Break down complex ideas into fundamental concepts that stand alone, then build them back up again.
First Principles are atomic, universally true statements that don’t need to be broken down any further.
First Principles thinking is used to:
- understand complex ideas at a foundational level
- identify blind spots and incorrect assumptions
- see connections and patterns between different ideas.
First Principles thinking was recently popularized by Elon Musk, but in truth, the technique has been around for thousands of years. It’s especially useful when trying to think creatively or innovatively.
Many mental models are First Principles. For example, Alignment is a framework of First Principles that apply to all mechanical aspects of Jiu-Jitsu.
To apply First Principles thinking in Jiu-Jitsu:
- Choose a technique or concept you want to critique or better understand.
- Break that technique down into its First Principles: the universally true statements that require no further explanation. Breaking it down into the mental models on this website is a good starting point.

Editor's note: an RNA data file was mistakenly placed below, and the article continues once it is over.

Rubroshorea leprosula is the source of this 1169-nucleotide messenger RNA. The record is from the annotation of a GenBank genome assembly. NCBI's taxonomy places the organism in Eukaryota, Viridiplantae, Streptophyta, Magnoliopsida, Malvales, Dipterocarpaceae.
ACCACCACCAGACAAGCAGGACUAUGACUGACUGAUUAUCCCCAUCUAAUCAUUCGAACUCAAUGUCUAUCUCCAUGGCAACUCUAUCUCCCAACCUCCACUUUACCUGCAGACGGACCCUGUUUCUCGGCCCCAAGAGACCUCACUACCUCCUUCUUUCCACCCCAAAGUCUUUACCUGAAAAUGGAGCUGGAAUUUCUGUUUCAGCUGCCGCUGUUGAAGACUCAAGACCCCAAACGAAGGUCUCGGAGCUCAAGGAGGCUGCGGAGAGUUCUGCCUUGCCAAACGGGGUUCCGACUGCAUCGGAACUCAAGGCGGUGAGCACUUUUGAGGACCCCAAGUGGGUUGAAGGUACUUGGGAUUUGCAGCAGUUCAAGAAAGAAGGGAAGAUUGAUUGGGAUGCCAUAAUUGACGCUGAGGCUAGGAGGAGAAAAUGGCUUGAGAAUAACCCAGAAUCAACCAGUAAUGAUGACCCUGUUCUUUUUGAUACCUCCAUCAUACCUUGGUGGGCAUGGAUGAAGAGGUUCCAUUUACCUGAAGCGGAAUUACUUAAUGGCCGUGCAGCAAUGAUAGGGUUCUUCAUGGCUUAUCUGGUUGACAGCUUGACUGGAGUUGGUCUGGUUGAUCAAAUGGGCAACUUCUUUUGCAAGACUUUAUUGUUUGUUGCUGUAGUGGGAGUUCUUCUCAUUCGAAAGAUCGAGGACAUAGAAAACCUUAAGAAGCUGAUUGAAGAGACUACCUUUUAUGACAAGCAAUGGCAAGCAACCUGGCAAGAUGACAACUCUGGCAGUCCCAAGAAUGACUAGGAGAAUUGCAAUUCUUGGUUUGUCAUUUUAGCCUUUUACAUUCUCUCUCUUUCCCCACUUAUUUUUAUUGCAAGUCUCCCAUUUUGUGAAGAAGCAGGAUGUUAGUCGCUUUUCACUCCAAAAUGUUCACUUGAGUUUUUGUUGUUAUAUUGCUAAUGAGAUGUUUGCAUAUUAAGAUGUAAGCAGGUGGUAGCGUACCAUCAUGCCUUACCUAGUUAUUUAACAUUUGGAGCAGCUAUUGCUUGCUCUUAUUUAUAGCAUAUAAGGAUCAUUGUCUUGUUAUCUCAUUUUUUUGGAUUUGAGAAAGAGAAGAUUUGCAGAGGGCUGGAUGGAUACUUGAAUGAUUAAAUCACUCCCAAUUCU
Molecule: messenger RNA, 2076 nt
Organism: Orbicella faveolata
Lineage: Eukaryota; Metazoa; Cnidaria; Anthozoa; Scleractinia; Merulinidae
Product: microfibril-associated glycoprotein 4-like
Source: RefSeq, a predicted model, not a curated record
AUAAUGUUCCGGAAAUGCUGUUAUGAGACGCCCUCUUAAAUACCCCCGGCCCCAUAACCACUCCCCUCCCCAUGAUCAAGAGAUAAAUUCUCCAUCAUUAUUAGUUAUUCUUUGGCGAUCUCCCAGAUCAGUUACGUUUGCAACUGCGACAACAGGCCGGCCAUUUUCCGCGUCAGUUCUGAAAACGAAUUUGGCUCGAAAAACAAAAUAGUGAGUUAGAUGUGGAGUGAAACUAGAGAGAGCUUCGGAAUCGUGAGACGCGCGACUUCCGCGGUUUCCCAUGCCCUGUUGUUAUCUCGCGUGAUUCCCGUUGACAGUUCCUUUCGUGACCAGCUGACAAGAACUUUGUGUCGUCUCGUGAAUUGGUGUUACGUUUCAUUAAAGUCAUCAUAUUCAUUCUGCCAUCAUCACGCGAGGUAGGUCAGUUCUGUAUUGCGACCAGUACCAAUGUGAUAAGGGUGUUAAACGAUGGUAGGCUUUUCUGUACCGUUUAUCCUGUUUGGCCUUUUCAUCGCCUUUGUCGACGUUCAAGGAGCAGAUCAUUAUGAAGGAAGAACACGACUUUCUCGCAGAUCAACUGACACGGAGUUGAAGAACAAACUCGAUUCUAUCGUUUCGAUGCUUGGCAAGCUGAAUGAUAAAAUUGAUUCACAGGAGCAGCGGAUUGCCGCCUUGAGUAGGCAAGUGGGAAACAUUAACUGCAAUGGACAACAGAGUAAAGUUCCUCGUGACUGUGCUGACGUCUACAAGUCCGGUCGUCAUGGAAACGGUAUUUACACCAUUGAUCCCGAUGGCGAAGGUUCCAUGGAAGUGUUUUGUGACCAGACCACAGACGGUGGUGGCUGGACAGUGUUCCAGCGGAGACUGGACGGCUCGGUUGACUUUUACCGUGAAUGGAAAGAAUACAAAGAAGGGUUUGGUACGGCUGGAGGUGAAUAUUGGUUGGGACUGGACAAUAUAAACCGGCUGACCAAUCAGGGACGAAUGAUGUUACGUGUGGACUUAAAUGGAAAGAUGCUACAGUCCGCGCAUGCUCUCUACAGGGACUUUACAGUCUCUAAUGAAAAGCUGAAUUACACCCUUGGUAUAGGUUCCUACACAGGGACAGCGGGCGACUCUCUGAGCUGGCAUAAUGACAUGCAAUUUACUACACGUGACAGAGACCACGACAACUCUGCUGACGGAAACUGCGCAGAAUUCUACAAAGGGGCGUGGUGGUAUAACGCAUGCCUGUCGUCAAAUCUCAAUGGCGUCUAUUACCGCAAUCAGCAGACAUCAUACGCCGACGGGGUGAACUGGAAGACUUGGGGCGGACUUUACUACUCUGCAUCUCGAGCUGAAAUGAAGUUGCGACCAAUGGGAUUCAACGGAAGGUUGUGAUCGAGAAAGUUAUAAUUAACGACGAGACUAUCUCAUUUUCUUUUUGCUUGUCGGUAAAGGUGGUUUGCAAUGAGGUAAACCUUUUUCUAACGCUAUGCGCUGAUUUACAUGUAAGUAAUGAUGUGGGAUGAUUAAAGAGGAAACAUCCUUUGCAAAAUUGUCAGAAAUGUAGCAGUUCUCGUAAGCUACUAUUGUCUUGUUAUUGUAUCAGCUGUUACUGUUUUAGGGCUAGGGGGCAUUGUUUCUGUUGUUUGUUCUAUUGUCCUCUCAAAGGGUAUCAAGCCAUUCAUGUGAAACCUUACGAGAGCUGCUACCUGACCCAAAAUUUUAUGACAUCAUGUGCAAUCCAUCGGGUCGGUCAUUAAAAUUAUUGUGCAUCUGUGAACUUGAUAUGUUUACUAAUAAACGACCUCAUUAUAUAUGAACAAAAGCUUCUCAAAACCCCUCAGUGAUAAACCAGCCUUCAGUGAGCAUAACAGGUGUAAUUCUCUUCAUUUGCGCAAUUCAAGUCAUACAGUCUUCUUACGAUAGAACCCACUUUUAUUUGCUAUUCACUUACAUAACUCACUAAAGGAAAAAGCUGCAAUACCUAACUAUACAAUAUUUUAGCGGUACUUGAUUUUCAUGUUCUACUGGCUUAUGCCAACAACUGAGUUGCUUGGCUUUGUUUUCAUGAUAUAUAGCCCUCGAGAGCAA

- Identify whether this technique conflicts with any First Principles. If this happens, you have encountered an issue with the technique where the reasoning behind its execution may be faulty.
- Identify whether you have discovered any new First Principles that are required to explain this technique.
- Rebuild the technique from the ground up in your mind, understanding how it is composed of First Principles.
- Use your understanding of this technique’s First Principles to identify if there are any patterns between this technique and others.
Here’s an example of how an armbar can be understood using First Principles thinking:
- Breaking Mechanics: The armbar is a linear break.
- Isolate a Single Target: Pulling your opponent’s arm away from the rest of his body facilitates the armbar and reduces his/her ability to defend and move.
- Overwhelming Force: Applying breaking force with your arms is not sufficient. You need to use your entire body.
- Anatomic Hierarchy: In particular, you need to use your core and legs, which are stronger than your arms.
- Limb Coiling: Generate breaking power by keeping your butt and feet pinched tight against your opponent. Break your opponent’s limb coil by pulling his arm free of the rest of his body.
- Rotational Control: Extra torque can be added to the armbar by twisting it rather than pulling it straight back.
- Theory of Alignment: If applied properly, the armbar breaks your opponent’s posture, structure and base, while you retain all three.